Before rehearsals begin I will be participating in Viewpoints and Suzuki Training alongside Thom and many other artists. This training, led by Ellen Lauren of New York City’s SITI Company, begins in one week! I am really looking forward to expanding my vocabulary, brushing up my creation skills, and getting back into my body. At the same time, the things I am most excited about are also the things I am most nervous about. I have always been a very physical artist and creator but this February I suffered a pretty serious ankle fracture which left me fairly immobile for months and my body is only now beginning to get back to where it was before the injury. Things that were second nature before are now difficult. Things like: balance, finding my centre, feeling the floor, running, jumping, and staying grounded. I have less confidence in my body as an instrument for creation. So, I suppose my job will be to listen to where my body is at each day and start from there. Use the limitations as fuel or creative challenges, which just like when working on a show, end up leading us towards some of the strongest choices or most interesting moments.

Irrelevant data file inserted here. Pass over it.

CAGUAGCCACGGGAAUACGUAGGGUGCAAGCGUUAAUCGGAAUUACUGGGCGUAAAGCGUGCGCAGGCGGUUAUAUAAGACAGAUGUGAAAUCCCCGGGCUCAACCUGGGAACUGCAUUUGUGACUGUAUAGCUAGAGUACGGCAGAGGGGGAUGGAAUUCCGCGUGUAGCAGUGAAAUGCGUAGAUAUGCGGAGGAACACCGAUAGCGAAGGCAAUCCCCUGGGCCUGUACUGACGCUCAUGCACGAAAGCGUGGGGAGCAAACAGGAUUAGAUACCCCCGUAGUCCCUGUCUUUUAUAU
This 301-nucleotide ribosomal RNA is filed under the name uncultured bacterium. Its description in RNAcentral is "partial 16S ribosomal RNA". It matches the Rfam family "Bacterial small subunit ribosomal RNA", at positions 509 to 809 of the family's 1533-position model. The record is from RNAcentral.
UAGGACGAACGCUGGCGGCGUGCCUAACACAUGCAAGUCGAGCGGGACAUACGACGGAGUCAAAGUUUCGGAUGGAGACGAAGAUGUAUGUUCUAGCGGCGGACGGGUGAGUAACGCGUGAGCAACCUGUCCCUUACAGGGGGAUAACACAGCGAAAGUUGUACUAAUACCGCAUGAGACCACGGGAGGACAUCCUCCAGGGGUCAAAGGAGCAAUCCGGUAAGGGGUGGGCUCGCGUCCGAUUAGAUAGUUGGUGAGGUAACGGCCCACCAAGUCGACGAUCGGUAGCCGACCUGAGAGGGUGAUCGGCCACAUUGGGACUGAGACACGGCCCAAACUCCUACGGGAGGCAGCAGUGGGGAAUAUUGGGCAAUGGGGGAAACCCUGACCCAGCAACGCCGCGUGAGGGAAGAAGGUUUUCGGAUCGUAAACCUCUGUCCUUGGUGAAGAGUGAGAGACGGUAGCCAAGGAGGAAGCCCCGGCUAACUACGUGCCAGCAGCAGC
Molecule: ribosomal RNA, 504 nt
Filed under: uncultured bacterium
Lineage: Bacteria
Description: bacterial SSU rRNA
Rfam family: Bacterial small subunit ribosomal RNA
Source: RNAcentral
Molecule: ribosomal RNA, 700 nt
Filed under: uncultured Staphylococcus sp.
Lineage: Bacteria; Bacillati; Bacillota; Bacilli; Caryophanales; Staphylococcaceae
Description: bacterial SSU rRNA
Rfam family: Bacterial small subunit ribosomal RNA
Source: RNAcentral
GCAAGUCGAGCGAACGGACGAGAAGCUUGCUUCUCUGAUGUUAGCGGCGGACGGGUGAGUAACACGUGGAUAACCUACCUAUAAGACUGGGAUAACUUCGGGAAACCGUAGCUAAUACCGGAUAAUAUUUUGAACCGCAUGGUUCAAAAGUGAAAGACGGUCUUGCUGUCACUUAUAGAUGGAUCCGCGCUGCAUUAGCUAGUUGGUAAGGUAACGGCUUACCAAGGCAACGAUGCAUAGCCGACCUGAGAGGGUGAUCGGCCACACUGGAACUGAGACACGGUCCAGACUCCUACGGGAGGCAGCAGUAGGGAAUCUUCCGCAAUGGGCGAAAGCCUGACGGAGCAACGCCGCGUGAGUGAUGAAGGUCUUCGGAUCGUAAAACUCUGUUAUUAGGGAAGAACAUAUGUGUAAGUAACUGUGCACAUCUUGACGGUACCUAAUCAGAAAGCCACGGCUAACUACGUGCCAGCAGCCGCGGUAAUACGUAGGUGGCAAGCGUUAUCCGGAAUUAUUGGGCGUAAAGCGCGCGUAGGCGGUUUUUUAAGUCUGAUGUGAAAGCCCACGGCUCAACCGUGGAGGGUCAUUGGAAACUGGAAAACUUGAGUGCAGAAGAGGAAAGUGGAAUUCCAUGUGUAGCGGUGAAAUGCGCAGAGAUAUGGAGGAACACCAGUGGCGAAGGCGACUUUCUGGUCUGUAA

I am extremely proud of the decision Thom and I made to participate in this physical training together. Through our shared experience in the workshop I hope we can develop a shorthand or shared language that we can draw upon during the rehearsal process in the fall. Thom has been studying these disciplines for six years, and so there is a lot I hope to learn from how he incorporates them into his directing practice.